OM Sarawak is the largest ferroalloy smelter in the region. OM Sarawak is located in the Sarawak Corridor of Renewable Energy, Sarawak, Malaysia and it is in the centre of South East Asia, well positioned along global trade routes. 

All steel production requires ferroalloys that we produce at our Sarawak plant. We distribute our products (FeSi and SiMn) to these key markets — Japan, South Korea, Taiwan and Asean region. These are the main consuming markets in Asia outside of China and India where we enjoy significant logistical advantages while supplying to these markets, and between 2017 to 2020, we generally supplied 20%-40% of Asean ferroalloys for FeSi and Mn alloys depending on the year and product. We also extend our presence with intermittent sales into Europe and North America although these markets are considered to be secondary export markets due to geography. 

What is the contribution of the Malaysian operation to OMH’s overall business? 

Taking FY21 as a benchmark, the group recorded a consolidated revenue of A$1,040.8 million (RM3.12 billion) for FY21, of which A$582.4 million (representing approximately 55.9% of the total group consolidated revenue) was contributed by our Malaysia operations. As we execute expansion plans for our Sarawak plant and move towards 100% ownership, we foresee the contributions from Malaysia for the group will continue to increase, particularly as Australian mining activities ceased in 2021. 

What is the next major development in Malaysia? 

In 2022, we are looking to further diversify our product offering by producing silicon metal via the conversion of two exist- ing ferrosilicon furnaces for the production of silicon metal. Silicon metal, a higher value-added product of strategic interest to many industries, has a 98-99% purity level and is classified for use in different industries depending on the level of contaminants. 

Beyond 2023, we are planning to expand our manganese alloys production capacity by building two new 33 MVA furnaces (larger furnaces for improved efficiencies). This capacity expansion plan will yield an additional 150,000 tonnes of silicomanganese (the most common type of manganese alloy) per annum. Our current manganese alloy design production capacity stands at 250,000 to 300,000 tonnes per annum (depending on the type of manganese alloy produced). The expansion will be contingent on funding options availability, and once completed our total manganese alloy output will be 10%-20% of the global annual trade volume.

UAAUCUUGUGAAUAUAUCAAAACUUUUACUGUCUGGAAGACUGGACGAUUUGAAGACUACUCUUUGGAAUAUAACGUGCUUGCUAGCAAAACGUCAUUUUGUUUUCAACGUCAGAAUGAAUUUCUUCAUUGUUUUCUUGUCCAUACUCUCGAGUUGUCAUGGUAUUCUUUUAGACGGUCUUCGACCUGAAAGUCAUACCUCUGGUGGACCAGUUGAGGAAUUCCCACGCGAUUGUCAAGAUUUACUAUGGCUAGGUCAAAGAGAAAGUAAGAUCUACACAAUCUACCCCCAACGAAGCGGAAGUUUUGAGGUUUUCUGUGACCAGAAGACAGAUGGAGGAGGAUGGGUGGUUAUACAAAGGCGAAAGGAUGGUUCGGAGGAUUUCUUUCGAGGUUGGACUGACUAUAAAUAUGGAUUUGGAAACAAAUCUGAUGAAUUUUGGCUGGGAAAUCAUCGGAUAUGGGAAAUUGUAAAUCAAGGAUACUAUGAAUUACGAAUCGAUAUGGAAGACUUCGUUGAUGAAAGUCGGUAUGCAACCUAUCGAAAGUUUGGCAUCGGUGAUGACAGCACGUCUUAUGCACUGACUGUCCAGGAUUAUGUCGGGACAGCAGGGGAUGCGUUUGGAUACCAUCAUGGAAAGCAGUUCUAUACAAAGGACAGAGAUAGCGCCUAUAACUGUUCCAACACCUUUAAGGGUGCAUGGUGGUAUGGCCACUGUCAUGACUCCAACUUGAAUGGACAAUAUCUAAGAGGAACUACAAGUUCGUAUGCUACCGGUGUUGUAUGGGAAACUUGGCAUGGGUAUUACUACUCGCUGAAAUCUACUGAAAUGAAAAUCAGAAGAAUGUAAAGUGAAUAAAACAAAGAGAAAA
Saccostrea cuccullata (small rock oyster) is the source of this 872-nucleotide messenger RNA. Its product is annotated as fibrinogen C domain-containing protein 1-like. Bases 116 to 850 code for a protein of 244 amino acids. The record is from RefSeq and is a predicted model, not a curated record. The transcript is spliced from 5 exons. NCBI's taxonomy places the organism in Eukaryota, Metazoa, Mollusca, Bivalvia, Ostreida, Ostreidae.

How is the journey for your company (25 years) in this industry?

OM Holdings is a vertically integrated manganese ore and ferroalloy producer founded in 1994 and listed on the ASX in 1998. We started off as a trading company, before venturing into production assets with a manganese ore mine in Australia, and a smelter in China. For over 25 years, we have focused on the same commodities, manganese ore and ferroalloys, and our goal has been to create sustainable value for our shareholders and stakeholders by developing assets, and managing them successfully and safely in order to realise their full potential. Today, that core asset is OM Sarawak, and we seek to be a key supply partner to major steel mills and other industries.

Since the commissioning of our Sarawak Plant in 2014, we have seen an increase in crude steel capacity come online in the Asean region and we expect this capacity to continue growing. We believe that crude steel demand in this region will continue to grow over the next decade, supported by urbanisation and economic growth in emerging economies. To meet this expected demand, we also have expansion plans in place for both our upstream and downstream business activities to capture the growth opportunities in the region. 

What is the impact of the Russia-Ukraine conflict on the ferroalloy market? 

Russia is the second-largest exporter of FeSi in the world after China while Ukraine is a major producer of SiMn and the second-largest exporter after India. 

The conflict between Ukraine and Russia has created uncertainty in the global supply of ferroalloys and has led to a temporary rise in prices in the first half of 2022, however, it has not impacted the market substantially thereafter as global demand slowed amidst poor economic conditions. As and when demand recovers, the disruption of Ukranian ferroalloys output may potentially cause some market shortages. 

What is the regional growth outlook? 

The growth of steel in South-East Asia remains positive in the long run with expected long-term growth prospects spurred by urbanisation growth in the region via infrastructure investment and construction sectors. This will benefit us as FeSi and SiMn (both are ferroalloys produced at our Sarawak plant) are part of the essential alloying elements required for steel production, with no known substitute and cannot be recycled.


  • This article first appeared in The Malaysian Reserve weekly print edition